Bitcoin fell further below $19,000 on Wednesday, coming close to its lowest levels for the year as growing fears of a hawkish Federal Reserve drove investors out of cryptocurrencies.
The world’s largest cryptocurrency sank more than 5% to $18,764 by 01:56 ET (05:56 GMT) – its lowest level in nearly three months. The token is now trading about $1000 above its lowest level for the year.
Weakness in Bitcoin spread over to the broader cryptocurrency market, with total crypto market capitalization sinking below the $1 trillion mark again. The market has lost nearly $2 trillion so far this year as rising interest rates and higher inflation unwound most major crypto bets.
Bitcoin’s latest losses come on the back of strong U.S. employment and service sector data, which indicates some resilience in the world’s largest economy.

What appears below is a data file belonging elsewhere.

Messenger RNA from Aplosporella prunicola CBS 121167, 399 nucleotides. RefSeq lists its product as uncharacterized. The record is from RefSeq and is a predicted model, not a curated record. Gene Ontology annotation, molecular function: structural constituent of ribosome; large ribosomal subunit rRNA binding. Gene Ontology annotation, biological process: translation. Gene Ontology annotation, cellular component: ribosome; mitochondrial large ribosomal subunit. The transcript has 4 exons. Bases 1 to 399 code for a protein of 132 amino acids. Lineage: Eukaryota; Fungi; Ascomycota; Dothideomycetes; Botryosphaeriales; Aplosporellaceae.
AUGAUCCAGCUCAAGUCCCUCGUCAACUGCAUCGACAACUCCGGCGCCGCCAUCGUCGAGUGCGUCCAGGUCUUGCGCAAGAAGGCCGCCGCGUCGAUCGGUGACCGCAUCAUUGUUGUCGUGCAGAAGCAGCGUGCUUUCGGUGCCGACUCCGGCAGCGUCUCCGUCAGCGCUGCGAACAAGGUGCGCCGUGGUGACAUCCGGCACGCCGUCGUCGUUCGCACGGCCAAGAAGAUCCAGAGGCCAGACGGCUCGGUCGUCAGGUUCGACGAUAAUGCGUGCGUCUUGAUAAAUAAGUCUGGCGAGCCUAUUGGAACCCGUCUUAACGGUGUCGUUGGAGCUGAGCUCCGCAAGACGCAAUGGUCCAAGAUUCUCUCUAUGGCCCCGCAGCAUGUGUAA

This also gives the Fed more space to raise interest rates at a sharp clip. Data from CME Group shows that traders are pricing in an over 70% chance of a 75 basis point hike by the Fed later this month.
Bitcoin and the broader crypto market were among the worst hit assets by rising interest rates, as the Fed began unwinding two years of COVID-era accommodative monetary policy.
Loose monetary taps and high liquidity were the biggest factors behind crypto’s stellar rally over the past two years. But with interest rates now rising, investors are hesitant to leverage capital into the space.
Sentiment towards crypto was also sullied by a series of high-profile bankruptcies this year, particularly in hedge fund Three Arrows Capital, and crypto lender Celsius.
Recent losses in Bitcoin have also drastically reduced the profitability of mining the token. This has spurred selling by most major miners to cover their positions, resulting in more losses for the token.